After defeating Honduras in the third place match at the Olympics soccer event on Saturday (Aug. 20), Nigeria’s players ended up with bronze medals on their necks and thousands of dollars in their pockets—thanks to Katsuya Takasu, a Japanese plastic surgeon.
The grinning Takasu flew into Rio to rewarded the team with $390,000 for their bronze medal win at the Rio Games after being impressed by the team’s resilience despite the haphazard planning and poor conditions before and during the Games.
After the Nigerian team was left stranded in Atlanta, USA, ahead of the Games because their flights had not been paid for, their plight made headlines. Eventually, the team landed in Rio just seven hours ahead of their first game, against Japan. But despite the less than ideal circumstances, the team served up an impressive performance to beat the Japan and eventually finished top of their group. But the money troubles didn’t end there. Hours before the quarterfinal match against Denmark, Nigeria’s players threatened to boycott the game in protest over unpaid allowances. After reading the team’s financial struggles, Takasu said he “felt the need to make a big contribution.”
Takasu donated $200,000 to the team to “cover bonuses and allowances” and also donated $10,000 to all members of the 18-man team as well as the team manager for winning bronze. Takasu flew to Rio to personally deliver cheques to the team.
“I had traveled from Tokyo prepared to reward them anyway, and to watch them win the bronze inside the stadium was very fulfilling,” he told BBC.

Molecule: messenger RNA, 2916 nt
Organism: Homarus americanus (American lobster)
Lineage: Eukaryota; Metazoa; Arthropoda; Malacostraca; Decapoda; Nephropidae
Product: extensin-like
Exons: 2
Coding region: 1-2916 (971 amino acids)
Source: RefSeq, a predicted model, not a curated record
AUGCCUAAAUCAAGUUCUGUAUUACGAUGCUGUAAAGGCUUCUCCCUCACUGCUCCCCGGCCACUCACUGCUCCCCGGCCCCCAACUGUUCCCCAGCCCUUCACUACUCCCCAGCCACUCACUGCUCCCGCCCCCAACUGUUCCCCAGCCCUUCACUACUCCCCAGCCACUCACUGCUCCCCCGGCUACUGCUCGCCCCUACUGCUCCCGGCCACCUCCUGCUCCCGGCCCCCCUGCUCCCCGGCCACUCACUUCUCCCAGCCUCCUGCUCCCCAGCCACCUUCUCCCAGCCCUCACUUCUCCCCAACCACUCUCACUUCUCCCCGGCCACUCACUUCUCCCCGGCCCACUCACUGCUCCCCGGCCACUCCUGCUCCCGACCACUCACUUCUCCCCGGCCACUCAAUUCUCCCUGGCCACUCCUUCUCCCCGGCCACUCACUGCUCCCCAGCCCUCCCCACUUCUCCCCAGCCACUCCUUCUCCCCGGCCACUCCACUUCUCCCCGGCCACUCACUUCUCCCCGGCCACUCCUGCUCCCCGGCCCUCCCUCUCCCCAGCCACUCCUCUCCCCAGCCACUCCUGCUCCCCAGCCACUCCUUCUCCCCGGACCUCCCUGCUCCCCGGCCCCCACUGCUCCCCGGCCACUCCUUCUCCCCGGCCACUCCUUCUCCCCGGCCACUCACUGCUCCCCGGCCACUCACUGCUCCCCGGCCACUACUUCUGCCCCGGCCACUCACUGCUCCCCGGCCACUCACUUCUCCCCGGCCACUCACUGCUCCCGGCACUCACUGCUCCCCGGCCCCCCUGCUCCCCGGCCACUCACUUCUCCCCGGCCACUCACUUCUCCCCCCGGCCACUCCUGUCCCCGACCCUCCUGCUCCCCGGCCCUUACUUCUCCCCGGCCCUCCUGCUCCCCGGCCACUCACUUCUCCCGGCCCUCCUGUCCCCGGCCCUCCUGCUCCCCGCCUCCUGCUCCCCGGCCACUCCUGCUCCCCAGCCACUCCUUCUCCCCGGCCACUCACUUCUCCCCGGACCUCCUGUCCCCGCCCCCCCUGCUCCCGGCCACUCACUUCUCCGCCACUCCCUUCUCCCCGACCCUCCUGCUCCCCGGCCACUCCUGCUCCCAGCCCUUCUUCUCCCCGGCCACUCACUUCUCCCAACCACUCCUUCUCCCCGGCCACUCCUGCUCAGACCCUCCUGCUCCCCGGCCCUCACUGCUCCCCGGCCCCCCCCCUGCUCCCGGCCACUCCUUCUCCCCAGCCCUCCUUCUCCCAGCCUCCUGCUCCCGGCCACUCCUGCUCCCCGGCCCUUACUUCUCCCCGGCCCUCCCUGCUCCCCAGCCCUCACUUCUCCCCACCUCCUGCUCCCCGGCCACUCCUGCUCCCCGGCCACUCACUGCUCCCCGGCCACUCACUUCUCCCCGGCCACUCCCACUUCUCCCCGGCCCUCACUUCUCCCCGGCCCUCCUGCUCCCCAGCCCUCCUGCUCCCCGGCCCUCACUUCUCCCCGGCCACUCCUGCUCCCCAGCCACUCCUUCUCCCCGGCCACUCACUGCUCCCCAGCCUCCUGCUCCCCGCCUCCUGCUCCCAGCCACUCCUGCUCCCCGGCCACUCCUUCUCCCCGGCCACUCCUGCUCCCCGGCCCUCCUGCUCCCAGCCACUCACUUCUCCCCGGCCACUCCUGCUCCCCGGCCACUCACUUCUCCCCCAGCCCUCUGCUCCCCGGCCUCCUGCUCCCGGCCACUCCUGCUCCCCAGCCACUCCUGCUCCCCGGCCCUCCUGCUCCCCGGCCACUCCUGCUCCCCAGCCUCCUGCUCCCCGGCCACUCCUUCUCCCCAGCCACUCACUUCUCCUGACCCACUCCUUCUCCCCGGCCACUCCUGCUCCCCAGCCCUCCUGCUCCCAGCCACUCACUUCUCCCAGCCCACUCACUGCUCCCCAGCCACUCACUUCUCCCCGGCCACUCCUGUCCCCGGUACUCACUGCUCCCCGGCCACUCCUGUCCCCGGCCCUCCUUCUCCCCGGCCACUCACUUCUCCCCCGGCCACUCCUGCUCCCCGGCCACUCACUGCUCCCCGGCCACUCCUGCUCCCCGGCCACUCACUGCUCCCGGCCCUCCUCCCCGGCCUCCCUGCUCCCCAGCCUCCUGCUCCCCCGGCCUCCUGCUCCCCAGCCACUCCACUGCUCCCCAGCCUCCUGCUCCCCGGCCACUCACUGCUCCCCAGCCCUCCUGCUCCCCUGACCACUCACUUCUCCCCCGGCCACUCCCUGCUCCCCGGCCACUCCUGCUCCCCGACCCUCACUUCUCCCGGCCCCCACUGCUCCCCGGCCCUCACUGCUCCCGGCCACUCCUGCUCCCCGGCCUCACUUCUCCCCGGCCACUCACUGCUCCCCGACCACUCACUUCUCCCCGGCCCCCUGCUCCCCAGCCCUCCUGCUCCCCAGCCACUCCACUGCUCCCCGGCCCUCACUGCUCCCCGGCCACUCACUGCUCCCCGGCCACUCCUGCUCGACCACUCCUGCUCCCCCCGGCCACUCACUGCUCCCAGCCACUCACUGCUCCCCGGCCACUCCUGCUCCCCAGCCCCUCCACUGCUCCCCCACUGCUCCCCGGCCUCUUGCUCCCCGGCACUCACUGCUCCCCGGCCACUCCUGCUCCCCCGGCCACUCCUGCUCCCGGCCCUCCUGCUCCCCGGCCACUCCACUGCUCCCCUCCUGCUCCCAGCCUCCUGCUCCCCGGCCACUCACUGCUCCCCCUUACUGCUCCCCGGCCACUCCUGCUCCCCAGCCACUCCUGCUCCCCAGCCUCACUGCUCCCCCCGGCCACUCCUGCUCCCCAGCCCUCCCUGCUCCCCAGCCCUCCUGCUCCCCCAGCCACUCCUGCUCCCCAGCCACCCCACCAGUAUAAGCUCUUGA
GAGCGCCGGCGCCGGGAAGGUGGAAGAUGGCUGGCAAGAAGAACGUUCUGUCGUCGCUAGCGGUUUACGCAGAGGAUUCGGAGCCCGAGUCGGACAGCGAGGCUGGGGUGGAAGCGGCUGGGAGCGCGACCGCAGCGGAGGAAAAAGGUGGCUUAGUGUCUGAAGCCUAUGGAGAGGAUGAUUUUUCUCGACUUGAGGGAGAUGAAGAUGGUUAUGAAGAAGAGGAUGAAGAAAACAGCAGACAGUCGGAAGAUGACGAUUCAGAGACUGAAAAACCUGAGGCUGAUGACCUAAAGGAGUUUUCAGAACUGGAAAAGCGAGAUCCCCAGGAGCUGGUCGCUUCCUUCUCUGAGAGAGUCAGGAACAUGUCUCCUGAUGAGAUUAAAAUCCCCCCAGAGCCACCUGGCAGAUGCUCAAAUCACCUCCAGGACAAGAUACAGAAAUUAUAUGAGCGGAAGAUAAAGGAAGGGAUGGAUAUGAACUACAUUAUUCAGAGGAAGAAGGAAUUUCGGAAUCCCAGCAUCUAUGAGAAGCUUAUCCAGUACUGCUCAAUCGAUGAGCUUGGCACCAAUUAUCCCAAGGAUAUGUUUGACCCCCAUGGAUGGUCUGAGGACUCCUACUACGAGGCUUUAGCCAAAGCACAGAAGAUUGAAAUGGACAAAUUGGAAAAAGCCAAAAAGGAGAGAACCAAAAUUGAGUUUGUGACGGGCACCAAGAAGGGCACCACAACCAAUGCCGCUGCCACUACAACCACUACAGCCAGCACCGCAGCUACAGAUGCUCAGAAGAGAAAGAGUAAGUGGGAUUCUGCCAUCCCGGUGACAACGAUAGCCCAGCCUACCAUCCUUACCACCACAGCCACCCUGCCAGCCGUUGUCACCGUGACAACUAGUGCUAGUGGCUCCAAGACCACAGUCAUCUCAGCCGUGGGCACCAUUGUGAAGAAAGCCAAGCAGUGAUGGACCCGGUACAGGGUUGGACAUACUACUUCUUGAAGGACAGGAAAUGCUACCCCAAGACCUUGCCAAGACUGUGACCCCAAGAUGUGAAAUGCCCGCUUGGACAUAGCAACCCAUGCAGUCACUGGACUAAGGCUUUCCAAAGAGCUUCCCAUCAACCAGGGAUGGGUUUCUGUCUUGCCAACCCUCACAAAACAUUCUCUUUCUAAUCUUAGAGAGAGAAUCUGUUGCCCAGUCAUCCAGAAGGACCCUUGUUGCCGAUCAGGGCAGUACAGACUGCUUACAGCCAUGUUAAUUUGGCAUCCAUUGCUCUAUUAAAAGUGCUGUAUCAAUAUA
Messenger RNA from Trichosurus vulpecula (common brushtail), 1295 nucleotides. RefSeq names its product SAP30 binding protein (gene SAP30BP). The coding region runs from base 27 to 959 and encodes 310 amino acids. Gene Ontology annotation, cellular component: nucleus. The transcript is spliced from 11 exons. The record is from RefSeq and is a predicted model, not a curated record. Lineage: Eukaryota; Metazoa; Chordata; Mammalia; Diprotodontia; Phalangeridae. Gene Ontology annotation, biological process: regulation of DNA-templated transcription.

“This team showed resilience and fought the hardest to achieve success despite all their problems. Some people would have given up but they didn’t,” Takasu is reported to have said.
Takasu’s donation was briefly the subject of corruption allegations as officials of the Nigerian Football Federation (NFF) were forced to deny reports that they planned to make Takasu give the money to the federation rather than to the players. “To say NFF has ‘hijacked’ the money is outright mischief,” Amaju Pinnick, NFF president, said. “Nigeria is a sovereign nation and such a donation must go through a process. If we get a go-ahead, it will go directly to the team.” Reports had suggested the NFF planned to use the donation to offset salaries of members of the coaching staff who have not been paid for the last five months.
Takasu’s gesture was a positive turn in an otherwise poor Olympics outing for Nigeria. Despite lofty targets set by the country’s sports minister, the bronze medal won by the soccer team was the only medal recorded by the entire Olympics contingent.